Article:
The deck wasn't stressed for that so the ship had to go into the dockyard for a structural check.

Our company were flying that contract a few weeks later.

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PPRuNe Forums -  Interpreting the orientation of the H letter to land on helidecks (2024)

FAQs

What is the orientation of the H marking in the helipad? ›

Be oriented with the cross arm of the H at right angles to the preferred final approach direction.

What does the H stand for on a helipad? ›

The letter "H" on a helipad stands for Helicopter Landing Area (HLA). It's a universal symbol that indicates a safe area for helicopters to take off and land. The "H" is intended to guide pilots as they approach and land.

What is chevron on helideck? ›

The helideck shall have an obstacle-free 210° sector for take-off and landings. The point of origin of the sector shall always be at the helideck circle. It shall be marked with a black chevron, where the inside of the chevron, (facing the helideck), shall coincide with the 210° sector angle lines.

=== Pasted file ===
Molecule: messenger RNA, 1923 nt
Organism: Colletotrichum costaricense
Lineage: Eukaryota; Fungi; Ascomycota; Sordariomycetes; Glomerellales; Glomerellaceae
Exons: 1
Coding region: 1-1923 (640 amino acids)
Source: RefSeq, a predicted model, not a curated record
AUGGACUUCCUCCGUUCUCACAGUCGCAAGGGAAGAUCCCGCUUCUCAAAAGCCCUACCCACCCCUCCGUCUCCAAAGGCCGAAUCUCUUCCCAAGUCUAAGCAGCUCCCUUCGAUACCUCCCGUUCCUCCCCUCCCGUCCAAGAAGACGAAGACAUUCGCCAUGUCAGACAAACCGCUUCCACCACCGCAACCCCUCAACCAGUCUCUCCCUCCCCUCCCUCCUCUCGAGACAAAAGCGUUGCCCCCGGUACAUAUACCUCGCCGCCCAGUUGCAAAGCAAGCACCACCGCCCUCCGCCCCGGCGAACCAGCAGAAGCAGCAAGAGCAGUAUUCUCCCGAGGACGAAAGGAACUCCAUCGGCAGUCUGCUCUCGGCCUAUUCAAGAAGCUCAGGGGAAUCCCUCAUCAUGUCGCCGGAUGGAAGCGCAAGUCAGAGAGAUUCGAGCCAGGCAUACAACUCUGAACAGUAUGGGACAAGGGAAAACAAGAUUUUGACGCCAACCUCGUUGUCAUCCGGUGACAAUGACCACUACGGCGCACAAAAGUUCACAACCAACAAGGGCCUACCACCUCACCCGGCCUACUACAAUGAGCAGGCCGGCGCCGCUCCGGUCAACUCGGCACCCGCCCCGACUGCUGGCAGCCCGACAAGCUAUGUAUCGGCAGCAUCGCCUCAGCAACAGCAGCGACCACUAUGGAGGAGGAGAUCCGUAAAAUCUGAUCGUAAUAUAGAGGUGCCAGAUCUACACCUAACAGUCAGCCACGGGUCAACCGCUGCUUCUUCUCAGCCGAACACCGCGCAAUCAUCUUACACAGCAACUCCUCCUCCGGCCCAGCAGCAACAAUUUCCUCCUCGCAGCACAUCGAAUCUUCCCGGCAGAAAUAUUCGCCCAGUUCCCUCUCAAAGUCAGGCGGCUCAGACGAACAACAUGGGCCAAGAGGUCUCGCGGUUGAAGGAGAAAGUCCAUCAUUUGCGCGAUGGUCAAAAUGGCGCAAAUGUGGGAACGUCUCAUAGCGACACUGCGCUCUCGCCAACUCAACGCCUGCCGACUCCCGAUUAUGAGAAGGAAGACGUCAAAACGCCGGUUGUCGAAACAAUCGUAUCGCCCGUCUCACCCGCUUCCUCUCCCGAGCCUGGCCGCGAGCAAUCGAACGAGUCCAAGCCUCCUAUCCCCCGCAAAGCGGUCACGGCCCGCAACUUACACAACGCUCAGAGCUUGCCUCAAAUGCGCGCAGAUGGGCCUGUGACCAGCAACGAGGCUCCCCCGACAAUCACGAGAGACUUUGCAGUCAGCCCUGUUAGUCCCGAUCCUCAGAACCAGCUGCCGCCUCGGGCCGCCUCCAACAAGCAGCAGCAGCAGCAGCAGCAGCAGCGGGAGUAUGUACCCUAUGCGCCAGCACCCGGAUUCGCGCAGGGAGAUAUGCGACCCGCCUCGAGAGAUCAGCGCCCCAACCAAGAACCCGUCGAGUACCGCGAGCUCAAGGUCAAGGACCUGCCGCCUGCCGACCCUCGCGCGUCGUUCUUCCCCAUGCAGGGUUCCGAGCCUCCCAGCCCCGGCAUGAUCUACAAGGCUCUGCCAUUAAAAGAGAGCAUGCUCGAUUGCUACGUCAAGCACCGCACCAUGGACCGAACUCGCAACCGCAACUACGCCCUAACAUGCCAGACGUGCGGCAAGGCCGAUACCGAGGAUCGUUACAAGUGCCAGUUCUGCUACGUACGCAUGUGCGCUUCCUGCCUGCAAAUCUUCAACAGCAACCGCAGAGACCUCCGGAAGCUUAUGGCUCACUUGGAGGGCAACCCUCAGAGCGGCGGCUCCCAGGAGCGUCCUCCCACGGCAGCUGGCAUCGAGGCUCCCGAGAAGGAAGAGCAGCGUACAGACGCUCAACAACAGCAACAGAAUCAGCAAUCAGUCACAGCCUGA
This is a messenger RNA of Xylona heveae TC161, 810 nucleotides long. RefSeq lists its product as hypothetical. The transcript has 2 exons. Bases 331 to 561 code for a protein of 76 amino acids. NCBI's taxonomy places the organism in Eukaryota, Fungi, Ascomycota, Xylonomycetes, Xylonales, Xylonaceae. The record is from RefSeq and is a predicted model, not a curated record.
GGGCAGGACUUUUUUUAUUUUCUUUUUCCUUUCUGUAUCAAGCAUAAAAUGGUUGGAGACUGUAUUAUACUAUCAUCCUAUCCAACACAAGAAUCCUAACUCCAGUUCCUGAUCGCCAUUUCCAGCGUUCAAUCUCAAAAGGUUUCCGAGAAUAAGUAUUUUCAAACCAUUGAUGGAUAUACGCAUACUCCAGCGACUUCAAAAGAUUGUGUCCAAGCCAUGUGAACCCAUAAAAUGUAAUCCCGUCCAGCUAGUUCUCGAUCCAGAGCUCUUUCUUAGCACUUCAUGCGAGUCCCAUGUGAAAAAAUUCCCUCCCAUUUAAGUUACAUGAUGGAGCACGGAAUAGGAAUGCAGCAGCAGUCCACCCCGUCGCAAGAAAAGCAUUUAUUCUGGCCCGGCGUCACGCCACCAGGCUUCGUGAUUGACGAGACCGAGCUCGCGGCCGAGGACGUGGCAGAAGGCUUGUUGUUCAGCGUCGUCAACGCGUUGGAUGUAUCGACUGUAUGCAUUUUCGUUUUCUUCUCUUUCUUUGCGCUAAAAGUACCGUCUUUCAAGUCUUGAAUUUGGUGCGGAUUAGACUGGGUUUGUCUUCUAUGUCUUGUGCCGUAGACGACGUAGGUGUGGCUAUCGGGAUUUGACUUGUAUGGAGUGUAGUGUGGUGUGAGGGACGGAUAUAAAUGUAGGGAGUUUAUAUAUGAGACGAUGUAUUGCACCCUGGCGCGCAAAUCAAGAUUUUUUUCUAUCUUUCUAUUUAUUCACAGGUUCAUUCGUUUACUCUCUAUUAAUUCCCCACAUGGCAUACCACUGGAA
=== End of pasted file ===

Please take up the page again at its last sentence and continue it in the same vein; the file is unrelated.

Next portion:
What is the direction of the H on a helipad? ›

The Helicopter Landing Area (HLA) is indicated by the letter “H” on helipads. It is intended to give pilots direction while they are performing their approach and landing procedures. It is easily visible from a distance of several miles, making navigation for pilots simple.

What does the orientation of the letter H indicate on a helicopter landing area? ›

approach direction. For a helideck the cross arm shall be on or parallel to the bisector of the obstacle-free sector. In other words, the approach and departure should be parallel to the long bits of the H.

Why H symbol is used for helicopter landing? ›

Helicopter Landing Areas. The markings illustrated in FIG 2-3-23 are used to identify the landing and takeoff area at a public use heliport and hospital heliport. The letter “H” in the markings is oriented to align with the intended direction of approach. FIG 2-3-23 also depicts the markings for a closed airport.

What is the letter marked on the helipad? ›

Helipads are usually constructed out of concrete and are marked with a circle and/or a letter "H", so as to be visible from the air.

What does 10 on a helipad mean? ›